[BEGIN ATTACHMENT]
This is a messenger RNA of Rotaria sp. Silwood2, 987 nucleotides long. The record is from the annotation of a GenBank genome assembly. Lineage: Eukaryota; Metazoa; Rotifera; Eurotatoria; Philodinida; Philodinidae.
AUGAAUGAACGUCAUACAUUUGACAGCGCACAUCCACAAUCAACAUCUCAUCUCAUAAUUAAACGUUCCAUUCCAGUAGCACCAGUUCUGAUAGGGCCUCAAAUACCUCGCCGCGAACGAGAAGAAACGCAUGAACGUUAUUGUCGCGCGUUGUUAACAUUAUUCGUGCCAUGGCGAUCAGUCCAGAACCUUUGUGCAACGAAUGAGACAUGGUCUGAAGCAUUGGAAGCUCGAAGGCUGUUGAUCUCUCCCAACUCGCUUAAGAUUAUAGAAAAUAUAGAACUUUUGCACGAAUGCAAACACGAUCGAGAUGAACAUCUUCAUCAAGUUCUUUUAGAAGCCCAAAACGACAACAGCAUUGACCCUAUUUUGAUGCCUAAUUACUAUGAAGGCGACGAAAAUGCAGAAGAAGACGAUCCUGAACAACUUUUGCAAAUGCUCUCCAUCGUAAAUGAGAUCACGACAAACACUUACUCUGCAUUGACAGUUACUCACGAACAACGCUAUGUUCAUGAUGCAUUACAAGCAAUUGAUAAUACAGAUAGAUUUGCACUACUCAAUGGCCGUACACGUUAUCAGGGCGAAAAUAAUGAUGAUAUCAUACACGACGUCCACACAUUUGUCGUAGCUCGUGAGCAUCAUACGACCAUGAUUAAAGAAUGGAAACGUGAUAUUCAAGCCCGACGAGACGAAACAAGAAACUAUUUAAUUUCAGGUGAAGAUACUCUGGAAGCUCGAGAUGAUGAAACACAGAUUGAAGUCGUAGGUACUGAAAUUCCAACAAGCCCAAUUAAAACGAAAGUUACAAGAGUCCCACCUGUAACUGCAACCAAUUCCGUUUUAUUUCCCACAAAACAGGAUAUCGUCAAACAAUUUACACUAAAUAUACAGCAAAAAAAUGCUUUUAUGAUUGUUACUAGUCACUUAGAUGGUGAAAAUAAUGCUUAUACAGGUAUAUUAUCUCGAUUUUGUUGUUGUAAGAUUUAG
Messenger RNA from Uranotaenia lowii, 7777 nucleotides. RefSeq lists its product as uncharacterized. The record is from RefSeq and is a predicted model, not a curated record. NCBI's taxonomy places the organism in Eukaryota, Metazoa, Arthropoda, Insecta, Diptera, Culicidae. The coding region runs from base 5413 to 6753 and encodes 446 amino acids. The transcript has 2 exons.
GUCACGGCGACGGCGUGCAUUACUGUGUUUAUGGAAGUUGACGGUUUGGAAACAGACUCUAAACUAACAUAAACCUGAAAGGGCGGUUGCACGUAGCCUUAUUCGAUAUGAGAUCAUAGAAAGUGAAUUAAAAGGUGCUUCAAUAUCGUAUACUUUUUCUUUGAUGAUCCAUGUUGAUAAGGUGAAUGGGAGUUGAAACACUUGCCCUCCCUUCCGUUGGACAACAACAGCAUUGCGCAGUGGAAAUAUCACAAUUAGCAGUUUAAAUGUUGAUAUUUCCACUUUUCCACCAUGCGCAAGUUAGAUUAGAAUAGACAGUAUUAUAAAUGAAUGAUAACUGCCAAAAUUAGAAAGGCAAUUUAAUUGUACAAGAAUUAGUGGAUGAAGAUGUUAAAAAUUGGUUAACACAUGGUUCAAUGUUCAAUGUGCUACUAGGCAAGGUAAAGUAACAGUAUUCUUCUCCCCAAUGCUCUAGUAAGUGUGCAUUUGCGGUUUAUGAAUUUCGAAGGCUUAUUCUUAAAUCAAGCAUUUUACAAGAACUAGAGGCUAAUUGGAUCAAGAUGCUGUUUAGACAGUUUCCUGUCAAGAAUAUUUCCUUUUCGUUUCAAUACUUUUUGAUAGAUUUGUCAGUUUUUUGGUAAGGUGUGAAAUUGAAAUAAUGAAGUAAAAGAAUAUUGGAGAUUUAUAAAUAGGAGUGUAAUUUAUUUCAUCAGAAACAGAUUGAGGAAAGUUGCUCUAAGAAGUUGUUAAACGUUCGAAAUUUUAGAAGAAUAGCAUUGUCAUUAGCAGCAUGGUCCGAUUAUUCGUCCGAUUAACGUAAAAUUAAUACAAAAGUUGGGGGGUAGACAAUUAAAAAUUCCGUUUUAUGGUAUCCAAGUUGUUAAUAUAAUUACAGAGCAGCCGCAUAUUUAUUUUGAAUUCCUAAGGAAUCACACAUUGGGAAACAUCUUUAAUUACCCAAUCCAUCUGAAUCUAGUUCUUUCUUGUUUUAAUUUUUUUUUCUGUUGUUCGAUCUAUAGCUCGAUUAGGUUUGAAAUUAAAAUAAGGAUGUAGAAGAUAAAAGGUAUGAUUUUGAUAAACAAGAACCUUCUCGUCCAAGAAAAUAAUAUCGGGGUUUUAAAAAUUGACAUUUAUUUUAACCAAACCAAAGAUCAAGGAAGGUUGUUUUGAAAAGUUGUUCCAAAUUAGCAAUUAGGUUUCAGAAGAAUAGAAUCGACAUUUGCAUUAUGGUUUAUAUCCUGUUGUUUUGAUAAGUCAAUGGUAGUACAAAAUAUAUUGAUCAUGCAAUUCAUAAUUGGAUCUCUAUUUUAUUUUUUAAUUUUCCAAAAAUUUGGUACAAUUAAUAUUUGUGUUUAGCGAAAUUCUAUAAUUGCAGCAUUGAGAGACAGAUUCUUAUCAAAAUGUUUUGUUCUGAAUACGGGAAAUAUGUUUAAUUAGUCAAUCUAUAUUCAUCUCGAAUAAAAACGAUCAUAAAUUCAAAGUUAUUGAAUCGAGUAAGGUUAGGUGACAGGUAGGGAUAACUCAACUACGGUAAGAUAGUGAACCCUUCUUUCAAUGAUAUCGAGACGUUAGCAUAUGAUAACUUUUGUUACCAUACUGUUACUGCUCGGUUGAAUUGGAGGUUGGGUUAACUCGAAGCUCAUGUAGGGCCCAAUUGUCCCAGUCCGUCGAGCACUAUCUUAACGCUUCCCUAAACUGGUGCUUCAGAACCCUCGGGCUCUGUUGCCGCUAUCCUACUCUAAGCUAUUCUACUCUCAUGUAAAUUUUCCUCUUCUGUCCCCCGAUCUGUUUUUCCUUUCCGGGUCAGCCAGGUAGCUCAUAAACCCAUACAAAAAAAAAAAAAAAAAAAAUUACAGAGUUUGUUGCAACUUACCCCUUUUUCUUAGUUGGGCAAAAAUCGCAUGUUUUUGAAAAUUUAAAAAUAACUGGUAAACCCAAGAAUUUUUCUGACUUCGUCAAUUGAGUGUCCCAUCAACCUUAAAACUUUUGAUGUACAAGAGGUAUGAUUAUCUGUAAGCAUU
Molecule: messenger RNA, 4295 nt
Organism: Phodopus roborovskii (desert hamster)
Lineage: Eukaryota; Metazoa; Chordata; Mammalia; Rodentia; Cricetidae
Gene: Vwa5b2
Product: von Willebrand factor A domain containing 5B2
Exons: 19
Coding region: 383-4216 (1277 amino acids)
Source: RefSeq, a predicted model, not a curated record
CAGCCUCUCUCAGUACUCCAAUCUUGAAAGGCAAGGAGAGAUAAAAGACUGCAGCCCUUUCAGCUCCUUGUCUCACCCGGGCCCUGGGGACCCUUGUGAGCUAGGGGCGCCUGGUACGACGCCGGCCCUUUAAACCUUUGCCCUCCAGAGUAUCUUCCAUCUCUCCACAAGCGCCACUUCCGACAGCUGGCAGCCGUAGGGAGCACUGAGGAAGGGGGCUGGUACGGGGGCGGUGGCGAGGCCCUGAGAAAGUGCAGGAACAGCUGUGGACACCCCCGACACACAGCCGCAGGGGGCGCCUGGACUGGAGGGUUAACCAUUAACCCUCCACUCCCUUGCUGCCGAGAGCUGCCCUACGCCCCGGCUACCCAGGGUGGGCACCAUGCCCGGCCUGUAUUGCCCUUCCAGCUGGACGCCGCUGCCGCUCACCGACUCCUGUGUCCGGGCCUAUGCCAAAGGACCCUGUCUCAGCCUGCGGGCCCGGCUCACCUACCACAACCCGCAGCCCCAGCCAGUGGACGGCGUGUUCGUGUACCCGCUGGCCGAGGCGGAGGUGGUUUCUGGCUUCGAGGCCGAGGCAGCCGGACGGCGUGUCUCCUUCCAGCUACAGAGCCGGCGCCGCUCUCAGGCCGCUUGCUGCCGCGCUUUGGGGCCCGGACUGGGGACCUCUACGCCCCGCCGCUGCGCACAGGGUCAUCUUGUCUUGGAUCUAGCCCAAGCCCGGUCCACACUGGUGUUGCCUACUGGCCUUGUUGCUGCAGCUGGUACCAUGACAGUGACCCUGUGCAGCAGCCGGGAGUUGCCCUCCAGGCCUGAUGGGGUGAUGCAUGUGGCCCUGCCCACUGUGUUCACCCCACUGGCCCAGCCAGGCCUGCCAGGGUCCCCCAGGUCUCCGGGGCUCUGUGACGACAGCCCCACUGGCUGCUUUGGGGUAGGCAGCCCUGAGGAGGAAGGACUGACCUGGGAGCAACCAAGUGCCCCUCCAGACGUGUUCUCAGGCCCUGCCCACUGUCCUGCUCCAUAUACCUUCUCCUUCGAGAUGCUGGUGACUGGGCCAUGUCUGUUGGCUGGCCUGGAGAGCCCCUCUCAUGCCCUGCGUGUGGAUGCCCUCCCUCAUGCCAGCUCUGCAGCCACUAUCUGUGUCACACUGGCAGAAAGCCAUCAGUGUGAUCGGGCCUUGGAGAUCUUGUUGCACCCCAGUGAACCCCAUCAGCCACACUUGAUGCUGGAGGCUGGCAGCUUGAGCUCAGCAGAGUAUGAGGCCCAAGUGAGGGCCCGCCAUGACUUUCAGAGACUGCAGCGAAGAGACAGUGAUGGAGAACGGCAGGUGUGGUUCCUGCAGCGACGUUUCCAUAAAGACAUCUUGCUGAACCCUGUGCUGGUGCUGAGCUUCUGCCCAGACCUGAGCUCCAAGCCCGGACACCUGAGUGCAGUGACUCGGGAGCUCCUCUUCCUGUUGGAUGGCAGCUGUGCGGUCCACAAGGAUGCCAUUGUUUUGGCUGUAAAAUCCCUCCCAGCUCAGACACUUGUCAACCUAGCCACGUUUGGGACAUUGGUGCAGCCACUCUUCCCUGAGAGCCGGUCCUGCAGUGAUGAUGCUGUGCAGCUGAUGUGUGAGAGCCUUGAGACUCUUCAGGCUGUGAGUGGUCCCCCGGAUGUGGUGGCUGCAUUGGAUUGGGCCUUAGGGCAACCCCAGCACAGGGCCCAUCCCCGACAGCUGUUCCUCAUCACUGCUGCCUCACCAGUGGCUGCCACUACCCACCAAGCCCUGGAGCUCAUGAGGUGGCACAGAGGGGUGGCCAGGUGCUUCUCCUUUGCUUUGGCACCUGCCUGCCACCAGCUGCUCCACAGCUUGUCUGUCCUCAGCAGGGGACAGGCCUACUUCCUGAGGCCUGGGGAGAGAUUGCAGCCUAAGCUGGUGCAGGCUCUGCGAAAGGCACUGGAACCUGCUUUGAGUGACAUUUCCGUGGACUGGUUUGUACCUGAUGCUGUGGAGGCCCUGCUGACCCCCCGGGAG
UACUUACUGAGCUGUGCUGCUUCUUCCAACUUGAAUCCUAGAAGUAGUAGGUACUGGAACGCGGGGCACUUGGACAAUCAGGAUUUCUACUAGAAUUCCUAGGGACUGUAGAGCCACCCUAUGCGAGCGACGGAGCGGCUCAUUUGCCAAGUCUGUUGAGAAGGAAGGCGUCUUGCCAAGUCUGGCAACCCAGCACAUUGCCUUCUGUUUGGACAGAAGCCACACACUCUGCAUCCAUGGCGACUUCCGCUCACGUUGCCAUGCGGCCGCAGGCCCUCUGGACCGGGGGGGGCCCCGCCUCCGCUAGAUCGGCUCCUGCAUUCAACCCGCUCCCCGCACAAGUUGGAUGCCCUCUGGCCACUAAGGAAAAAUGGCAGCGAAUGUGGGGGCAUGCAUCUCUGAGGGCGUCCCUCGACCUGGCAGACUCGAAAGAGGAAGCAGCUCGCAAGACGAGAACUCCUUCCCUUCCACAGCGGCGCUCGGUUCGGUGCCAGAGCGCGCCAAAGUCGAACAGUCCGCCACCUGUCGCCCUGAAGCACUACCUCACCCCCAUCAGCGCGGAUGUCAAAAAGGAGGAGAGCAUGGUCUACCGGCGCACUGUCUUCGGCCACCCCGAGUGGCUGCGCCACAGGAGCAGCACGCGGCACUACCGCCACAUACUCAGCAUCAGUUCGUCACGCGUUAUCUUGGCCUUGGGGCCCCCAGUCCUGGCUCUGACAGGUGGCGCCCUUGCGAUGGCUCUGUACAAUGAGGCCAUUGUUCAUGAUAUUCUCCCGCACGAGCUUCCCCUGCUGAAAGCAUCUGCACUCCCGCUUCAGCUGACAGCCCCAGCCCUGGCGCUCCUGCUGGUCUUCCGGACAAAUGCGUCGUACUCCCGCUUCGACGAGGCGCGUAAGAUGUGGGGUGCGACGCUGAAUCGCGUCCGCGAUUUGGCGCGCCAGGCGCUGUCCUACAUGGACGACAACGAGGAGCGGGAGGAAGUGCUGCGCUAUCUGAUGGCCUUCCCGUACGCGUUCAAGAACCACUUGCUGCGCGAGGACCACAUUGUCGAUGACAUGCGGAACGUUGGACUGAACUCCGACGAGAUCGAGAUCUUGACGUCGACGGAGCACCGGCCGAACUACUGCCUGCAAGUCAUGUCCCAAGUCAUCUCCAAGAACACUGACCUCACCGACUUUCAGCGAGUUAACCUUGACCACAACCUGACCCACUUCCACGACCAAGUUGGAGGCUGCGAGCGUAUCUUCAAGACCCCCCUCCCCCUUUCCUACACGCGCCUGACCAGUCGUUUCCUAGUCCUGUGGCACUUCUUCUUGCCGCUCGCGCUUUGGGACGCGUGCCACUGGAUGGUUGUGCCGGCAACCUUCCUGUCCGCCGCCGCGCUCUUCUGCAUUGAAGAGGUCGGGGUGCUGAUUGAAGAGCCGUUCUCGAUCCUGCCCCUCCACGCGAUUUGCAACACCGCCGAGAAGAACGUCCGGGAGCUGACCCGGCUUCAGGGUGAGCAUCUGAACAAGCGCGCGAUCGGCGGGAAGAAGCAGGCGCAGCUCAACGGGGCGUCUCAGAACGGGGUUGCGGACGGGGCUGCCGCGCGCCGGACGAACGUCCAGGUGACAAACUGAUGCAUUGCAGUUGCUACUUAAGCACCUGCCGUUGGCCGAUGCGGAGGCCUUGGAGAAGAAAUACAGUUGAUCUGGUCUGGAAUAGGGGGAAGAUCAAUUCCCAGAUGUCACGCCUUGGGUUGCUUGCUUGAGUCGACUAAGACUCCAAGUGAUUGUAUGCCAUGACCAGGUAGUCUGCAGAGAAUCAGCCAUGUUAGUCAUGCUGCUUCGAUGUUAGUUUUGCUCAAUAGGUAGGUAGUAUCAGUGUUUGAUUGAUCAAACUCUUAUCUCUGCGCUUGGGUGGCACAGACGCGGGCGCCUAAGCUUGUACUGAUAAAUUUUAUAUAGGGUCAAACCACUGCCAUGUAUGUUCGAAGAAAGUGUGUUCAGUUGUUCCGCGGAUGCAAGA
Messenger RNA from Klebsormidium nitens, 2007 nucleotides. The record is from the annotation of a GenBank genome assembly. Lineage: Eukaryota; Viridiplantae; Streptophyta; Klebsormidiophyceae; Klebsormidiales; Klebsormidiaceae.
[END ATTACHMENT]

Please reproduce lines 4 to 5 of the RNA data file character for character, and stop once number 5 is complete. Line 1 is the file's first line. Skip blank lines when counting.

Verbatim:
GUCACGGCGACGGCGUGCAUUACUGUGUUUAUGGAAGUUGACGGUUUGGAAACAGACUCUAAACUAACAUAAACCUGAAAGGGCGGUUGCACGUAGCCUUAUUCGAUAUGAGAUCAUAGAAAGUGAAUUAAAAGGUGCUUCAAUAUCGUAUACUUUUUCUUUGAUGAUCCAUGUUGAUAAGGUGAAUGGGAGUUGAAACACUUGCCCUCCCUUCCGUUGGACAACAACAGCAUUGCGCAGUGGAAAUAUCACAAUUAGCAGUUUAAAUGUUGAUAUUUCCACUUUUCCACCAUGCGCAAGUUAGAUUAGAAUAGACAGUAUUAUAAAUGAAUGAUAACUGCCAAAAUUAGAAAGGCAAUUUAAUUGUACAAGAAUUAGUGGAUGAAGAUGUUAAAAAUUGGUUAACACAUGGUUCAAUGUUCAAUGUGCUACUAGGCAAGGUAAAGUAACAGUAUUCUUCUCCCCAAUGCUCUAGUAAGUGUGCAUUUGCGGUUUAUGAAUUUCGAAGGCUUAUUCUUAAAUCAAGCAUUUUACAAGAACUAGAGGCUAAUUGGAUCAAGAUGCUGUUUAGACAGUUUCCUGUCAAGAAUAUUUCCUUUUCGUUUCAAUACUUUUUGAUAGAUUUGUCAGUUUUUUGGUAAGGUGUGAAAUUGAAAUAAUGAAGUAAAAGAAUAUUGGAGAUUUAUAAAUAGGAGUGUAAUUUAUUUCAUCAGAAACAGAUUGAGGAAAGUUGCUCUAAGAAGUUGUUAAACGUUCGAAAUUUUAGAAGAAUAGCAUUGUCAUUAGCAGCAUGGUCCGAUUAUUCGUCCGAUUAACGUAAAAUUAAUACAAAAGUUGGGGGGUAGACAAUUAAAAAUUCCGUUUUAUGGUAUCCAAGUUGUUAAUAUAAUUACAGAGCAGCCGCAUAUUUAUUUUGAAUUCCUAAGGAAUCACACAUUGGGAAACAUCUUUAAUUACCCAAUCCAUCUGAAUCUAGUUCUUUCUUGUUUUAAUUUUUUUUUCUGUUGUUCGAUCUAUAGCUCGAUUAGGUUUGAAAUUAAAAUAAGGAUGUAGAAGAUAAAAGGUAUGAUUUUGAUAAACAAGAACCUUCUCGUCCAAGAAAAUAAUAUCGGGGUUUUAAAAAUUGACAUUUAUUUUAACCAAACCAAAGAUCAAGGAAGGUUGUUUUGAAAAGUUGUUCCAAAUUAGCAAUUAGGUUUCAGAAGAAUAGAAUCGACAUUUGCAUUAUGGUUUAUAUCCUGUUGUUUUGAUAAGUCAAUGGUAGUACAAAAUAUAUUGAUCAUGCAAUUCAUAAUUGGAUCUCUAUUUUAUUUUUUAAUUUUCCAAAAAUUUGGUACAAUUAAUAUUUGUGUUUAGCGAAAUUCUAUAAUUGCAGCAUUGAGAGACAGAUUCUUAUCAAAAUGUUUUGUUCUGAAUACGGGAAAUAUGUUUAAUUAGUCAAUCUAUAUUCAUCUCGAAUAAAAACGAUCAUAAAUUCAAAGUUAUUGAAUCGAGUAAGGUUAGGUGACAGGUAGGGAUAACUCAACUACGGUAAGAUAGUGAACCCUUCUUUCAAUGAUAUCGAGACGUUAGCAUAUGAUAACUUUUGUUACCAUACUGUUACUGCUCGGUUGAAUUGGAGGUUGGGUUAACUCGAAGCUCAUGUAGGGCCCAAUUGUCCCAGUCCGUCGAGCACUAUCUUAACGCUUCCCUAAACUGGUGCUUCAGAACCCUCGGGCUCUGUUGCCGCUAUCCUACUCUAAGCUAUUCUACUCUCAUGUAAAUUUUCCUCUUCUGUCCCCCGAUCUGUUUUUCCUUUCCGGGUCAGCCAGGUAGCUCAUAAACCCAUACAAAAAAAAAAAAAAAAAAAAUUACAGAGUUUGUUGCAACUUACCCCUUUUUCUUAGUUGGGCAAAAAUCGCAUGUUUUUGAAAAUUUAAAAAUAACUGGUAAACCCAAGAAUUUUUCUGACUUCGUCAAUUGAGUGUCCCAUCAACCUUAAAACUUUUGAUGUACAAGAGGUAUGAUUAUCUGUAAGCAUU
Molecule: messenger RNA, 4295 nt